The second group, which during the delay had developed stable and presumably permanent amblyopia, also spent 10 days in the pitch dark. When those kittens emerged, their good eyes could still see and their bad eyes were nearly blind. But within 7 days, each kitten’s bad eye had recovered to the point that it matched the good eye in visual acuity. “This vision impairment that would have lasted a lifetime was completely obliterated by 10 days of darkness,” Duffy says. The results, published today in Current Biology, suggest that darkness restored some of the kittens’ brain plasticity and thus enabled their vision’s recovery. To understand the mechanism behind this, the researchers measured how darkness affects levels of a protein, called NF-L, that helps stabilize the shape and structure of neurons in the brain. These so-called neurofilaments accumulate with age and are thought to be molecular “brakes” that reduce the brain’s plasticity over time. They put a different group of 30-day-old kittens—a group in which the researchers did not induce amblyopia, to make sure they weren’t measuring the effects of the deprivation on neurofilament levels—into the darkness. After 10 days in the dark, these kittens showed 50% lower NF-L levels in their brain tissue than kittens of the same age that had never been kept in the dark. “It was like you were looking at an animal that was much younger than it was,” Duffy says. Sengpiel cautions that it’s too soon to start suggesting doses of dark for humans with amblyopia, in part because the researchers haven’t yet determined the limits of their treatment’s effectiveness. They don’t know, for example, just how dark the room has to be, or whether short breaks from the darkness would destroy its benefits. Duffy and Mitchell hope to answer some of those questions in future studies.

ScienceNow
March 5, 2013

Original web page at ScienceNow

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How the tabby got its blotches

Domestic cats often resemble their larger, wilder counterparts—with black, striped, or tawny fur that presumably helps the big hunters blend into the landscape. For scientists, the genes involved in the evolution of cats’ color patterns have been equally well-camouflaged. But a new study appearing online today in Science reveals a mutation shared by housecats and cheetahs, which may explain how the cat got its stripes—or in this case, its blotches. The sharp, evenly spaced stripes of the tabby cat are among the most common of coat patterns. In some tabbies, however, the stripes look more like long, irregular swirls. Although fairly common in domestic cats, this pattern (called “blotched” by geneticists and cat fanciers) is unusual in the wild. In fact, cheetahs with the blotched pattern were initially thought to be a separate species—they were crowned with the name king cheetahs to distinguish them from the more common, spotted kind. To pinpoint the gene responsible for the difference, an international team of researchers scanned the genomes of feral cats that had either stripes or blotches. Their search led to an unnamed gene about which little is known except that it produces an enzyme that cuts up nearby proteins. The researchers found that every blotched tabby had mutations in both copies of this gene, whereas every striped cat had at least one copy without the mutation. They then found the distinctive mutations in the same gene among DNA samples from a pedigreed family of king cheetahs, confirming their suspicions that mutations in the gene, which they dubbed Taqpep, turned ordinary stripes into the more regal blotches.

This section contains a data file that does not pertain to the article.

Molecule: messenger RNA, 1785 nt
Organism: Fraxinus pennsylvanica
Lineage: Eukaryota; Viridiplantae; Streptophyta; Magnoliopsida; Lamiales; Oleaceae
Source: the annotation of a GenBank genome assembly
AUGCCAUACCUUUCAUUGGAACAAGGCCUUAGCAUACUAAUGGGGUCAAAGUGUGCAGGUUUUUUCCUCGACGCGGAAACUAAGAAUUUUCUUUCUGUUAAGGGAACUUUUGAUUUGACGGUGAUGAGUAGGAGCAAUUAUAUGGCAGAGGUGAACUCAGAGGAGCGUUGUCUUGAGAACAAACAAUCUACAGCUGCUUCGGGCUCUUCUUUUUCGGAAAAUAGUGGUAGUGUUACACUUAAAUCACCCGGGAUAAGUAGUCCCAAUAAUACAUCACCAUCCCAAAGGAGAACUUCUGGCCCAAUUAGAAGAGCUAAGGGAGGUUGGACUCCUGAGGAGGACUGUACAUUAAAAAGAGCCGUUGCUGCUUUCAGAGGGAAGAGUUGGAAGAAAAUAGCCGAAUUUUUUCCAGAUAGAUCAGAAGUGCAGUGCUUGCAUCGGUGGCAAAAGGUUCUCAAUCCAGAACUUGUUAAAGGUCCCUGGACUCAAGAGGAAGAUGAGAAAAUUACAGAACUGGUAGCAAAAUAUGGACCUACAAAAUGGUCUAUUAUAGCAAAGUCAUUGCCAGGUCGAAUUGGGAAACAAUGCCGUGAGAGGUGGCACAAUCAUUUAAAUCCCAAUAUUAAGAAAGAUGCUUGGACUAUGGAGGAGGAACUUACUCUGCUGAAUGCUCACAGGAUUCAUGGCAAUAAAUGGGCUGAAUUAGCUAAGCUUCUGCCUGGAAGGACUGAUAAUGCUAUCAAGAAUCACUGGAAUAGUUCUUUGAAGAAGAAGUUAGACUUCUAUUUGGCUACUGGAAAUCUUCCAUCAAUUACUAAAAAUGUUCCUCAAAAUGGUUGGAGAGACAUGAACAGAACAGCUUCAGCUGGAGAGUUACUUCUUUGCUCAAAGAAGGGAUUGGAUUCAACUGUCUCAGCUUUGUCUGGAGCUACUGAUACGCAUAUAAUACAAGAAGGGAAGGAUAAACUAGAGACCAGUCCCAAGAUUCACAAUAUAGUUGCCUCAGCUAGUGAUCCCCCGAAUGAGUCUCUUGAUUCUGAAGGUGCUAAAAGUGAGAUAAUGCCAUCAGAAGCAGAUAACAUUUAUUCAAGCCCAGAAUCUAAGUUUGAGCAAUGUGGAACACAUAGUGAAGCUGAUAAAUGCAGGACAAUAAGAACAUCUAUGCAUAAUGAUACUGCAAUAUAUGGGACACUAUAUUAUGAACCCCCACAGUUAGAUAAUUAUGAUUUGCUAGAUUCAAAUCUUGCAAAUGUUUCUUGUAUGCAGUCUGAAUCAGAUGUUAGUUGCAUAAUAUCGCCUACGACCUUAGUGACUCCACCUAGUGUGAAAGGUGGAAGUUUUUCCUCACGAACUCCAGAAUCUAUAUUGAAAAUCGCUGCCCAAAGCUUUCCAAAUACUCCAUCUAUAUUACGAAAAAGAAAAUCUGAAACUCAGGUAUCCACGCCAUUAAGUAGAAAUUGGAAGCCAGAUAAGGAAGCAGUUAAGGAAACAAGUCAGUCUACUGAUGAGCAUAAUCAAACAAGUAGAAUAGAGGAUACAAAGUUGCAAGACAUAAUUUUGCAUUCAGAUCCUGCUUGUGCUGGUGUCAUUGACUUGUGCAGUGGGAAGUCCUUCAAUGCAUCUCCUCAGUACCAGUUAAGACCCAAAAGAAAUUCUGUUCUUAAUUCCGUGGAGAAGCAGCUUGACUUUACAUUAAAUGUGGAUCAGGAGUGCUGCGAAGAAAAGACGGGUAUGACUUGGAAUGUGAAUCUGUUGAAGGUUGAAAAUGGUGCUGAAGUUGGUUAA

Further scrutiny of the cheetah skin made it clear that Taqpep didn’t control the actual colors, because levels of the gene didn’t change between dark and light areas. However, another gene, Edn3, was active at the base of the black hairs. Wondering if the two genes worked in tandem to produce stripes, the researchers studied housecat embryos at several stages of development. They found that the tabby pattern appears only after the hairs begin to grow at 7 weeks of gestation. Meanwhile, levels of Taqpep increase throughout gestation. The researchers propose that very early in development, Taqpep establishes a pattern of stripes or spots, which is then implemented by varying levels of Edn3 as the embryo grows. The role of Taqpep in setting the pattern early on also explains why the number of stripes or spots doesn’t change as the cat ages (unlike in nonmammalian spotted animals such as salamanders and some fish).

“We knew the gene was out there, but we didn’t know what it did. It’s exciting to use the power of genetics to unravel these pathways,” says co-author of the study Stephen O’Brien, a geneticist who was then at the National Laboratory for Cancer Research in Frederick, Maryland, but now heads the Theodosius Dobzhansky Center for Genome Informatics in St. Petersburg, Russia. The possibility that Taqpep might be involved in pigment was totally off anyone’s radar,” says geneticist Sheila Schmutz of the University of Saskatchewan in Saskatoon, Canada. “Scientists who study color patterns now have a totally new gene with a well-defined function to work with.” O’Brien and his collaborators Gregory Barsh and Christopher Kaelin of the HudsonAlpha Institute for Biotechnology in Huntsville, Alabama, wonder why cats have frequently spawned this plethora of color variation and why the blotch-producing Taqpep mutation didn’t simply disappear after one or two generations in the wild. O’Brien is not convinced that protective coloration is the only survival advantage conferred by pigment-related genes like Taqpep. “Big predatory cats hunt their prey; camouflage may be helpful but isn’t essential to survival,” he notes. O’Brien predicts that color-producing genes will prove to play some other vital role—perhaps in resistance to disease. Taqpep, he says, belongs to a family of genes that are involved in immunity and produce receptors that are often co-opted by viruses seeking entry into a cell. A mutation in this gene may have helped some cats survive infection, he says. Geneticist Elaine Ostrander of the National Human Genome Research Institute in Bethesda, Maryland, says that although many papers report a gene or two linked to a particular color, this work ties together several steps in a pattern-producing pathway. “It’s an exciting missing piece of the puzzle,” she says.